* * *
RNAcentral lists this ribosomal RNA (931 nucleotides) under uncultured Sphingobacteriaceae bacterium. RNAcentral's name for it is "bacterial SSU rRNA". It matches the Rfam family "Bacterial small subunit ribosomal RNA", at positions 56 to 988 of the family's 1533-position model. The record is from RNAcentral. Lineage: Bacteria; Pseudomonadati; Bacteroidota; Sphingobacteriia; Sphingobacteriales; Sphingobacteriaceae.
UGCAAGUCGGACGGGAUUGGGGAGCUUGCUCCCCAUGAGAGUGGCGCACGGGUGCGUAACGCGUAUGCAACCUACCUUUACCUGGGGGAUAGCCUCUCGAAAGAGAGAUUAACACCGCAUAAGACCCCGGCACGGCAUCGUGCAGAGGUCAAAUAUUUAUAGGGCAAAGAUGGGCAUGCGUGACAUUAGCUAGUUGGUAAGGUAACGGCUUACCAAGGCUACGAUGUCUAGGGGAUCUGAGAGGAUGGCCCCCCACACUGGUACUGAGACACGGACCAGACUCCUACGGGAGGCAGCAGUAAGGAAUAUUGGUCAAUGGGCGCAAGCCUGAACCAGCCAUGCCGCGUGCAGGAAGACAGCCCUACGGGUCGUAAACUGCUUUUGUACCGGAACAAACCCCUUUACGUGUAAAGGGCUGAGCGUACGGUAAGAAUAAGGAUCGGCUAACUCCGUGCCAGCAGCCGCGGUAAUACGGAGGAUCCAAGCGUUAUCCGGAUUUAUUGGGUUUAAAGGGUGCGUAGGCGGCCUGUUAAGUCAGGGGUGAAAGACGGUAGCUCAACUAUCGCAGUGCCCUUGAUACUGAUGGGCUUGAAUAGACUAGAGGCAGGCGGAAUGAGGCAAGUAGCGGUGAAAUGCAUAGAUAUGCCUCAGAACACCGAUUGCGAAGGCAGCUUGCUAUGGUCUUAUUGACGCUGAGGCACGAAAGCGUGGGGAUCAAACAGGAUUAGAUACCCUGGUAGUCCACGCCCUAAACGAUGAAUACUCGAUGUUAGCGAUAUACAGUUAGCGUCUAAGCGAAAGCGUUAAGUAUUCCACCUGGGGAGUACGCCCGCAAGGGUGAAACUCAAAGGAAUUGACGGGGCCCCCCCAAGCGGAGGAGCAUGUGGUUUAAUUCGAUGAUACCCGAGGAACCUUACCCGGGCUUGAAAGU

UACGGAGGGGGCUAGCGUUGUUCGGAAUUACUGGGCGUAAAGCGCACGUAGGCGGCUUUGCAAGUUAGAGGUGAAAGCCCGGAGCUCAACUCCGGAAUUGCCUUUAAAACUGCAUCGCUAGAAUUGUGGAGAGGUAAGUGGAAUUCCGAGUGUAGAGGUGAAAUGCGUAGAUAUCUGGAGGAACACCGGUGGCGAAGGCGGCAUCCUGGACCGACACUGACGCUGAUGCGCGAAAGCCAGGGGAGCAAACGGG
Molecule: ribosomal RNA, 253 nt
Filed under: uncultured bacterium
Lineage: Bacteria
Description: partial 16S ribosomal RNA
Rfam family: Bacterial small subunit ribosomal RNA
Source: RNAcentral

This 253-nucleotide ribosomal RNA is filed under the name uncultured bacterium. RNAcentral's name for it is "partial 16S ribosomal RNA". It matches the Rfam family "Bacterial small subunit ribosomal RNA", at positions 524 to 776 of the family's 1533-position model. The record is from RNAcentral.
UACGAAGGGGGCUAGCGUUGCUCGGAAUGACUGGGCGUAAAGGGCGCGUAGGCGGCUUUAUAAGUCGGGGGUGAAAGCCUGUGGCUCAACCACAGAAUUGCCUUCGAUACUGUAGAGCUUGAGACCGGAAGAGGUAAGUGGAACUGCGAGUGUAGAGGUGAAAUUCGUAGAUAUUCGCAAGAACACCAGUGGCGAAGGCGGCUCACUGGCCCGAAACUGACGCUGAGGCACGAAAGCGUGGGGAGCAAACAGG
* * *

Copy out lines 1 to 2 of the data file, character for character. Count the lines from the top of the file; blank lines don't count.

RNAcentral lists this ribosomal RNA (931 nucleotides) under uncultured Sphingobacteriaceae bacterium. RNAcentral's name for it is "bacterial SSU rRNA". It matches the Rfam family "Bacterial small subunit ribosomal RNA", at positions 56 to 988 of the family's 1533-position model. The record is from RNAcentral. Lineage: Bacteria; Pseudomonadati; Bacteroidota; Sphingobacteriia; Sphingobacteriales; Sphingobacteriaceae.
UGCAAGUCGGACGGGAUUGGGGAGCUUGCUCCCCAUGAGAGUGGCGCACGGGUGCGUAACGCGUAUGCAACCUACCUUUACCUGGGGGAUAGCCUCUCGAAAGAGAGAUUAACACCGCAUAAGACCCCGGCACGGCAUCGUGCAGAGGUCAAAUAUUUAUAGGGCAAAGAUGGGCAUGCGUGACAUUAGCUAGUUGGUAAGGUAACGGCUUACCAAGGCUACGAUGUCUAGGGGAUCUGAGAGGAUGGCCCCCCACACUGGUACUGAGACACGGACCAGACUCCUACGGGAGGCAGCAGUAAGGAAUAUUGGUCAAUGGGCGCAAGCCUGAACCAGCCAUGCCGCGUGCAGGAAGACAGCCCUACGGGUCGUAAACUGCUUUUGUACCGGAACAAACCCCUUUACGUGUAAAGGGCUGAGCGUACGGUAAGAAUAAGGAUCGGCUAACUCCGUGCCAGCAGCCGCGGUAAUACGGAGGAUCCAAGCGUUAUCCGGAUUUAUUGGGUUUAAAGGGUGCGUAGGCGGCCUGUUAAGUCAGGGGUGAAAGACGGUAGCUCAACUAUCGCAGUGCCCUUGAUACUGAUGGGCUUGAAUAGACUAGAGGCAGGCGGAAUGAGGCAAGUAGCGGUGAAAUGCAUAGAUAUGCCUCAGAACACCGAUUGCGAAGGCAGCUUGCUAUGGUCUUAUUGACGCUGAGGCACGAAAGCGUGGGGAUCAAACAGGAUUAGAUACCCUGGUAGUCCACGCCCUAAACGAUGAAUACUCGAUGUUAGCGAUAUACAGUUAGCGUCUAAGCGAAAGCGUUAAGUAUUCCACCUGGGGAGUACGCCCGCAAGGGUGAAACUCAAAGGAAUUGACGGGGCCCCCCCAAGCGGAGGAGCAUGUGGUUUAAUUCGAUGAUACCCGAGGAACCUUACCCGGGCUUGAAAGU